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Horizon Therapeutics global headquarters in Dublin, Ireland.
Nurphoto | Nurphoto | Getty Images

Check out the companies making the biggest moves midday:

Horizon Therapeutics — Shares of the biotech firm fell more than 15% after the Federal Trade Commission sued to block the company’s acquisition by biopharmaceutical giant Amgen. The deal, worth $27.8 billion, was meant to strengthen Amgen’s drug portfolio as it faces several patent expirations over the next decade for key treatments.

Vodafone — U.S.-listed shares of the British telecommunications company dropped 7% after Vodafone announced plans to cut 11,000 jobs. CEO Margherita Della Valle said the company’s performance “has not been good enough” and Vodafone “must change.”

Western Alliance Bancorp — Western Alliance shares jumped 3.6% after Bank of America reinstated coverage on the stock with a buy rating. Bank of America said it is confident in the regional bank’s business model. The firm said that “WAL does not share a ton in terms of business model and balance sheet characteristics relative to the three failed banks,” noting its above-average ratio of insured deposits to total deposits. Shares are down 46% year to date.

Capital One — Capital One’s stock gained 2.4% a day after securities filings revealed a new stake in the financial institution from Warren Buffett’s Berkshire Hathaway worth more than $950 million. Regulatory documents also showed Michael Burry’s Scion Asset Management picked up some shares during the first quarter.

RH — Shares of the luxury furniture retailer slid 7.5%. A regulatory filing posted late Monday showed that Warren Buffett’s Berkshire Hathaway dumped its stake last quarter. The Omaha-based conglomerate had owned 2.36 million shares of RH at the end of 2022.

Alphabet — The stock added nearly 3% in midday trading. On Monday, Bill Ackman’s Pershing Square Capital Management revealed in a securities filing that it opened a new position in Alphabet totaling nearly $1.1 billion during the first quarter. Dan Loeb’s Third Point also built a sizeable stake in the tech giant in the first quarter. 

Home Depot, Lowe’s — Shares of home improvement retailers Home Depot and Lowe’s lost 1.4% and 1% in midday trading Tuesday. Home Depot reported the biggest revenue miss in more than 20 years earlier in the day, posting $37.26 billion while analysts forecasted by Refinitiv forecasted $38.28 billion. Lowe’s will report quarterly results on May 23.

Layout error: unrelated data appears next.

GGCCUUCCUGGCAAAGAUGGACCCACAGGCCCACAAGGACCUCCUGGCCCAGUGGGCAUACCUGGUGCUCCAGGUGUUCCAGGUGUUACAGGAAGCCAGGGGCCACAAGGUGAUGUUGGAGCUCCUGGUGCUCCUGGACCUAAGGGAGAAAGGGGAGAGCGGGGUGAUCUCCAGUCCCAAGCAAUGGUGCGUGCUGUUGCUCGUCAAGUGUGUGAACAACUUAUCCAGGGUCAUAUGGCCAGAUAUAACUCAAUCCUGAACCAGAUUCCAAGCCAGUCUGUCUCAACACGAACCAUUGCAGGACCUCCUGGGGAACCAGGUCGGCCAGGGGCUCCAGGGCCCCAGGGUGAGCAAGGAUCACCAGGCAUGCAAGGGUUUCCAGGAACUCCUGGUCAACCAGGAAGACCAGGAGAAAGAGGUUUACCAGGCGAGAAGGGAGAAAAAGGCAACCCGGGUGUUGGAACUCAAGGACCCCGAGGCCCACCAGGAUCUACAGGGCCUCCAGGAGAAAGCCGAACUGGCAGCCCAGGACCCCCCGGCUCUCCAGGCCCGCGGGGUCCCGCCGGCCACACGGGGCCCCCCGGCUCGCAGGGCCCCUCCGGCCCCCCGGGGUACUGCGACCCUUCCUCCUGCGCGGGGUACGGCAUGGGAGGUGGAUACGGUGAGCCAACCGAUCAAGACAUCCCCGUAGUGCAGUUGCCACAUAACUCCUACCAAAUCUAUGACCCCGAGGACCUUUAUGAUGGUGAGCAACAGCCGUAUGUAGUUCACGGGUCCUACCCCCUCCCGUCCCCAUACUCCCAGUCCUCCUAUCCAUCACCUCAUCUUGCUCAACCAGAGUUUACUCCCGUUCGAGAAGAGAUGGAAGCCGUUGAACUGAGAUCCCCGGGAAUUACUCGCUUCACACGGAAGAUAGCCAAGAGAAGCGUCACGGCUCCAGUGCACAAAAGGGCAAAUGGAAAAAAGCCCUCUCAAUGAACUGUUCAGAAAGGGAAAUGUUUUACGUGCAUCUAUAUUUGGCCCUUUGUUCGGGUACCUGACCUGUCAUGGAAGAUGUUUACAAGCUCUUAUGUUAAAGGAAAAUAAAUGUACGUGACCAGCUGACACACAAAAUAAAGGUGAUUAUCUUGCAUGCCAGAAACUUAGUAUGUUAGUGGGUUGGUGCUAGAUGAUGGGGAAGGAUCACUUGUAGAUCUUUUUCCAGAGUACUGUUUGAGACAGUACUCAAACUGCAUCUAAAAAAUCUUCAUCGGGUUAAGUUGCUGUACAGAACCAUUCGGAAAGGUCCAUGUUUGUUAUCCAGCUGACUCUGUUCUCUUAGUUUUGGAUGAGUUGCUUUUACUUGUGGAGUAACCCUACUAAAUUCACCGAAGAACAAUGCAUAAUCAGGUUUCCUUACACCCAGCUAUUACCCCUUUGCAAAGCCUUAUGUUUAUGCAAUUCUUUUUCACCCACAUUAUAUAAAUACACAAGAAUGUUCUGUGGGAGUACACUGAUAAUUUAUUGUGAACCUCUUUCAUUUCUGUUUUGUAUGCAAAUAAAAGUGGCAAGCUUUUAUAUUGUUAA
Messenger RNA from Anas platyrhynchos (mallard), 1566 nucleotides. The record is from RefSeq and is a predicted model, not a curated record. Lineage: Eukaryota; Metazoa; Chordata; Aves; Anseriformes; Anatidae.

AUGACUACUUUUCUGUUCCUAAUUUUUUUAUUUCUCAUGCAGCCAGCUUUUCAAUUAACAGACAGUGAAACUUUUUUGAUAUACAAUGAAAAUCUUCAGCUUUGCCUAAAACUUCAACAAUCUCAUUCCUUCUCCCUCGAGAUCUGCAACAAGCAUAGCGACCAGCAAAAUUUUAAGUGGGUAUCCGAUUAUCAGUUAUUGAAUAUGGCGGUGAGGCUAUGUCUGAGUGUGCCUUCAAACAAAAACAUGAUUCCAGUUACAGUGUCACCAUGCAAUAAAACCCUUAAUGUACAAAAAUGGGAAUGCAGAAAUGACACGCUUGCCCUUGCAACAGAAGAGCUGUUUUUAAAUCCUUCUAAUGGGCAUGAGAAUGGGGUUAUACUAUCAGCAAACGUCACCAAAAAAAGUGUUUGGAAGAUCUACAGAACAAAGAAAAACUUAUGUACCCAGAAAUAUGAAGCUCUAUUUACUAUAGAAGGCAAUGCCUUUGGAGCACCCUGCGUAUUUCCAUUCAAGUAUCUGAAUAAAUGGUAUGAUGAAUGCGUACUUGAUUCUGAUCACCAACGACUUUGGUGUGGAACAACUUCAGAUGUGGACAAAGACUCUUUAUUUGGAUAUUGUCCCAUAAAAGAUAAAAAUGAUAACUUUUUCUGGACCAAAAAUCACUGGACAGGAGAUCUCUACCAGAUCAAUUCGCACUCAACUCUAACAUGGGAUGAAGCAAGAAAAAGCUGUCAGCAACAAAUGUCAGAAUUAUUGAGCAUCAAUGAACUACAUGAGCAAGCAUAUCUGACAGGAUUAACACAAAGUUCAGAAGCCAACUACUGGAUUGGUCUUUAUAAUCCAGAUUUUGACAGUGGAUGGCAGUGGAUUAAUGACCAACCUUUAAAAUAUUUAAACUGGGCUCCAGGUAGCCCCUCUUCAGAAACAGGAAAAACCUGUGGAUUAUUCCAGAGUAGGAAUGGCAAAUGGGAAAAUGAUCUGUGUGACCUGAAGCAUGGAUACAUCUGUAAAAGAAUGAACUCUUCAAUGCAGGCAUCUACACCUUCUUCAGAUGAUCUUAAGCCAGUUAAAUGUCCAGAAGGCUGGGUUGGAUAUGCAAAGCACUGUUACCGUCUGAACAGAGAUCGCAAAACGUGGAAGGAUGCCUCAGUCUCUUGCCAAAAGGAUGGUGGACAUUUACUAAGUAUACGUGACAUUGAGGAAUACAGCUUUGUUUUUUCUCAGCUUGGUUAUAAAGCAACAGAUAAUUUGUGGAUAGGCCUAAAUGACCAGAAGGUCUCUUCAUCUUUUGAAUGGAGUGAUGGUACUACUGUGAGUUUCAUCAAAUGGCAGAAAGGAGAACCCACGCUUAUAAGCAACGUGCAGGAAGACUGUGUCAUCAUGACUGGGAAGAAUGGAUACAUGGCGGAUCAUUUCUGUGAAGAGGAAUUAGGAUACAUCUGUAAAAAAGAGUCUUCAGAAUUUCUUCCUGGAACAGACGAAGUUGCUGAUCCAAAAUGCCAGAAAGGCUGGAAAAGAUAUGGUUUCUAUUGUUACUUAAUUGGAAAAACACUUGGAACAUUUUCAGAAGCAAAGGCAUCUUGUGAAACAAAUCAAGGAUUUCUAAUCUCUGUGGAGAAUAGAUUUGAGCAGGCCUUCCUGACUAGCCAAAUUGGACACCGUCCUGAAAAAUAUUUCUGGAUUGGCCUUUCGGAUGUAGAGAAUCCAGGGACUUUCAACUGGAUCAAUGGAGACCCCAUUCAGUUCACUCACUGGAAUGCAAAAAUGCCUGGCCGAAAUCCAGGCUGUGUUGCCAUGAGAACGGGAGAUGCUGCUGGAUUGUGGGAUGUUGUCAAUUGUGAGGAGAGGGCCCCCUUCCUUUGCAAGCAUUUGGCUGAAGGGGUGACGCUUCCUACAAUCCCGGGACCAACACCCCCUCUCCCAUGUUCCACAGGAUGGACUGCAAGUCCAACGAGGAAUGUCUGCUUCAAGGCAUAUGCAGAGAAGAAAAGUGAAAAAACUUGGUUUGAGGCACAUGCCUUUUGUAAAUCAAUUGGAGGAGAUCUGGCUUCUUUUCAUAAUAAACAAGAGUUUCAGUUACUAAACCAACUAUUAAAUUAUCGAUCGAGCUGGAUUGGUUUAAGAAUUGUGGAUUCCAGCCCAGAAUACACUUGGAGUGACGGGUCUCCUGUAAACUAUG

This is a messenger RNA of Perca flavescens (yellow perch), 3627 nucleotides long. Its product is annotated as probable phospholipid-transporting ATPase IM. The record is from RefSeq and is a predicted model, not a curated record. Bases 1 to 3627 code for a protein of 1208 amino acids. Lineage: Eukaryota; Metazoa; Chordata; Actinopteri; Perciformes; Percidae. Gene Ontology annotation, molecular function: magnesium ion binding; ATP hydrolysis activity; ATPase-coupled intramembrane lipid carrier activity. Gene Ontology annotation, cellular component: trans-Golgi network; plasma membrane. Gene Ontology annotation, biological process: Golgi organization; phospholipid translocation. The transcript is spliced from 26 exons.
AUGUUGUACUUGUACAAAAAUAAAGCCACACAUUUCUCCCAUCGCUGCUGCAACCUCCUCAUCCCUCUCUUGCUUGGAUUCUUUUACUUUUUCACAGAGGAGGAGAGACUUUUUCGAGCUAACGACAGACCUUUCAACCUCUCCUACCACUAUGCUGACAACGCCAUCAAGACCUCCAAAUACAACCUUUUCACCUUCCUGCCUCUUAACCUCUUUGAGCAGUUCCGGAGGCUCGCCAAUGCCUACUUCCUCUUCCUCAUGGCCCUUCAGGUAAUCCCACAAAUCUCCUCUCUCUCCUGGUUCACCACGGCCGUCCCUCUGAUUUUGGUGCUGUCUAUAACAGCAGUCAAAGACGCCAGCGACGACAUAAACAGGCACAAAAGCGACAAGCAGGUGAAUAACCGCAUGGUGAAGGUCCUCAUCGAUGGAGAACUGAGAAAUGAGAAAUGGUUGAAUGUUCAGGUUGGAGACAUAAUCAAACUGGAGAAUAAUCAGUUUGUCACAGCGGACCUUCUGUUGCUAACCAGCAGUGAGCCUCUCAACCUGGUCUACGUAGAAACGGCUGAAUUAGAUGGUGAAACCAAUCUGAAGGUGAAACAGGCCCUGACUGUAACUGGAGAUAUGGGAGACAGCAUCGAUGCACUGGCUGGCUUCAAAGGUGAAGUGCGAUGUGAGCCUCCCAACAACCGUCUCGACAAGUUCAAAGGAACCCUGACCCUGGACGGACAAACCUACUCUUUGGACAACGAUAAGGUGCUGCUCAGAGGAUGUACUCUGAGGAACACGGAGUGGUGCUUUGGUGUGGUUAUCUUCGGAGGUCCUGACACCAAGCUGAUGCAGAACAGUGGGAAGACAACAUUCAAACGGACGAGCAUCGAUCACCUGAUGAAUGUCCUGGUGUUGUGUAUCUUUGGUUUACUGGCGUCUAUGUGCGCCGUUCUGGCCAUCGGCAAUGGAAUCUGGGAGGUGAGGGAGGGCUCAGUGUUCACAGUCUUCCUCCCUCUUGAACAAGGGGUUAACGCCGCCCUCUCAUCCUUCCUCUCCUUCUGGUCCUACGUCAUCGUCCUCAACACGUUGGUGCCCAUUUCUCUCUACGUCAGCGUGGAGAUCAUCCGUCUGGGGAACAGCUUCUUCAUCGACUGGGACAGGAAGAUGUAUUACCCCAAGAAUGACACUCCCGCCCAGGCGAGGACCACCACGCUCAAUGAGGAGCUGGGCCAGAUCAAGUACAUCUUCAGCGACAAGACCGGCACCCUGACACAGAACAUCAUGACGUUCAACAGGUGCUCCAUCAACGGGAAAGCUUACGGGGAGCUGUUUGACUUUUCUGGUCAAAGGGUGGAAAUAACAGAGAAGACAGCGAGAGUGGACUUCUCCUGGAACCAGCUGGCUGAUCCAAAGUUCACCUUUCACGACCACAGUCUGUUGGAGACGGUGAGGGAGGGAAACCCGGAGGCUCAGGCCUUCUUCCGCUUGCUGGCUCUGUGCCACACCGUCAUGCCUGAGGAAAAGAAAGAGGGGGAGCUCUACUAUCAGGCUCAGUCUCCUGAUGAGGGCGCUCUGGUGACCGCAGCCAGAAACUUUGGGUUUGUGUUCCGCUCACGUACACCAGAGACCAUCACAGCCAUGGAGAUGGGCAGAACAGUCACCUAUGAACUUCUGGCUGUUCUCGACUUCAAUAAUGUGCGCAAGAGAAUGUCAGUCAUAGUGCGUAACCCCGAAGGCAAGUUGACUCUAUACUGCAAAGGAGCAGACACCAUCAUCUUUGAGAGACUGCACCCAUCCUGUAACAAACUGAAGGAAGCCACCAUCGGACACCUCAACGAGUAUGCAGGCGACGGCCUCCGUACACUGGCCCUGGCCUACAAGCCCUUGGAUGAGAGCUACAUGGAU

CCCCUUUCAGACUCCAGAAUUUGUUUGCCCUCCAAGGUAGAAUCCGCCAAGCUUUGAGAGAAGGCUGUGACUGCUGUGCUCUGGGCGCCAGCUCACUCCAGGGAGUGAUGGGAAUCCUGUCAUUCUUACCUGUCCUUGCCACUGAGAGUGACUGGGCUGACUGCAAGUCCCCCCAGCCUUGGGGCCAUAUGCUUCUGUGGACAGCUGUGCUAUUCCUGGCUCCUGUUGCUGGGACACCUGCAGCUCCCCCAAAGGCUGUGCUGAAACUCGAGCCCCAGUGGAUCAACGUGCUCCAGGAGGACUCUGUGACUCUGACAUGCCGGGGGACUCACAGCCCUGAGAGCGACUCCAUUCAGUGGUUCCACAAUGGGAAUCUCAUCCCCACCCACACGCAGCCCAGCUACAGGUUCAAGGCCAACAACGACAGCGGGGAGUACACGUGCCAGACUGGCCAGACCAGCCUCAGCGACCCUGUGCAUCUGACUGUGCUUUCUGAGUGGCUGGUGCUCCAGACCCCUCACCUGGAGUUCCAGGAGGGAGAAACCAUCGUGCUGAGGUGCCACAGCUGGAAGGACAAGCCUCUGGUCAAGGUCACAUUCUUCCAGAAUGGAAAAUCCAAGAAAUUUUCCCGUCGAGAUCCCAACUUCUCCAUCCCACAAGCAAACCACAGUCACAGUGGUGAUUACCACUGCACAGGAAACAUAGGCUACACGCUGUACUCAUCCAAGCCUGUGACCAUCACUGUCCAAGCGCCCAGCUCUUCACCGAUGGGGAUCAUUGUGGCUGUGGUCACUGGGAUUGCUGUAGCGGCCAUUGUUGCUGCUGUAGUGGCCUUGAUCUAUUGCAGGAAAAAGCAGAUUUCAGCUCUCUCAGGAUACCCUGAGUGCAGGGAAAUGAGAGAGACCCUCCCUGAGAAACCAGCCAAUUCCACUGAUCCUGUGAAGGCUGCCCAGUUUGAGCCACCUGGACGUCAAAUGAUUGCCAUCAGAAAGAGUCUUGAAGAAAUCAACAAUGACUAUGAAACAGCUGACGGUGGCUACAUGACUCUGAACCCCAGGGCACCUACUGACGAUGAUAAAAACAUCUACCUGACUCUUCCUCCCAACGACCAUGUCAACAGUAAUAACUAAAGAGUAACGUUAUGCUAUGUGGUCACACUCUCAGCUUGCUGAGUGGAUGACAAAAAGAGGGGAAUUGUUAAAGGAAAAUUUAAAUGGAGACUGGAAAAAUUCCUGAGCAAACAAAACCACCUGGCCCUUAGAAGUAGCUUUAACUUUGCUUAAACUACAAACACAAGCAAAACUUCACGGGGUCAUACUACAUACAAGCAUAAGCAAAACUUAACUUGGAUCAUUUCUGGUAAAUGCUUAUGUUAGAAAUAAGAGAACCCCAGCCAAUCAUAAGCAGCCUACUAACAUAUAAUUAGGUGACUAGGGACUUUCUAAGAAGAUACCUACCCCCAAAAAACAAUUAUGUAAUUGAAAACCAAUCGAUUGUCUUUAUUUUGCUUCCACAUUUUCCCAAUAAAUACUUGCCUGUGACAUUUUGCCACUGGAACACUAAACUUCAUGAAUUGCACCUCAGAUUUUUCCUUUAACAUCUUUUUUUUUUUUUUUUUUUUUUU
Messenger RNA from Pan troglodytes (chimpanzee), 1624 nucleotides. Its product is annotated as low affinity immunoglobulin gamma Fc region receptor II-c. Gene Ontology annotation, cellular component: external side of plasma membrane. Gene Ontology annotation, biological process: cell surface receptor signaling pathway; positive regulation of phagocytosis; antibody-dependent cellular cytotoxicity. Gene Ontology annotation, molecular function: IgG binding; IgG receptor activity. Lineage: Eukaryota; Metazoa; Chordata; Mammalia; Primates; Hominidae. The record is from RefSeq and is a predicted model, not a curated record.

Expedia — The travel booking site operator saw its shares rise 2.7% after Gordon Haskett upgraded the stock to buy from hold. The firm said concerns about its tech stack migration are overblown and that it sees a tailwind from traditional lodging offerings. It also highlighted the upcoming launch of its One Key program, which is expected to drive future share gains.

Seagen — Shares of the biotechnology company shed 5%. On Monday, Daniel Welch, a director at Seagen, disclosed the sale of 1,864 shares, a stake worth more than $370,000. Seagen and Pfizer also filed paperwork for their proposed merger to the Federal Trade Commission on Friday, just days before the FTC sued to block Amgen’s acquisition of Horizon Therapeutics.

Sea Limited — The consumer internet company dropped 17% after slightly missing expectations for first-quarter revenue. The company posted $3.04 billion, under the $3.06 billion consensus estimate of analysts polled by FactSet.

GE HealthCare — The medtech company’s shares gained nearly 3% after Oppenheimer initiated coverage with an outperform rating on Monday. The firm said GE HealthCare is well-positioned to benefit from an aging population and rise in cases of chronic diseases. GE HealthCare separated from parent company General Electric earlier in 2023 and began publicly trading on the Nasdaq Jan. 4.

Etsy — The stock sank more than 5% after Morgan Stanley cut its price target to $74 per share from $79, implying 24% downside from Monday’s close. The Wall Street firm said it sees slower growth ahead for Etsy.

—CNBC’s Yun Li, Tanaya Macheel, Alex Harring, Samantha Subin, Hukyung Kim, Brian Evans, Sarah Min and Michael Bloom contributed reporting.

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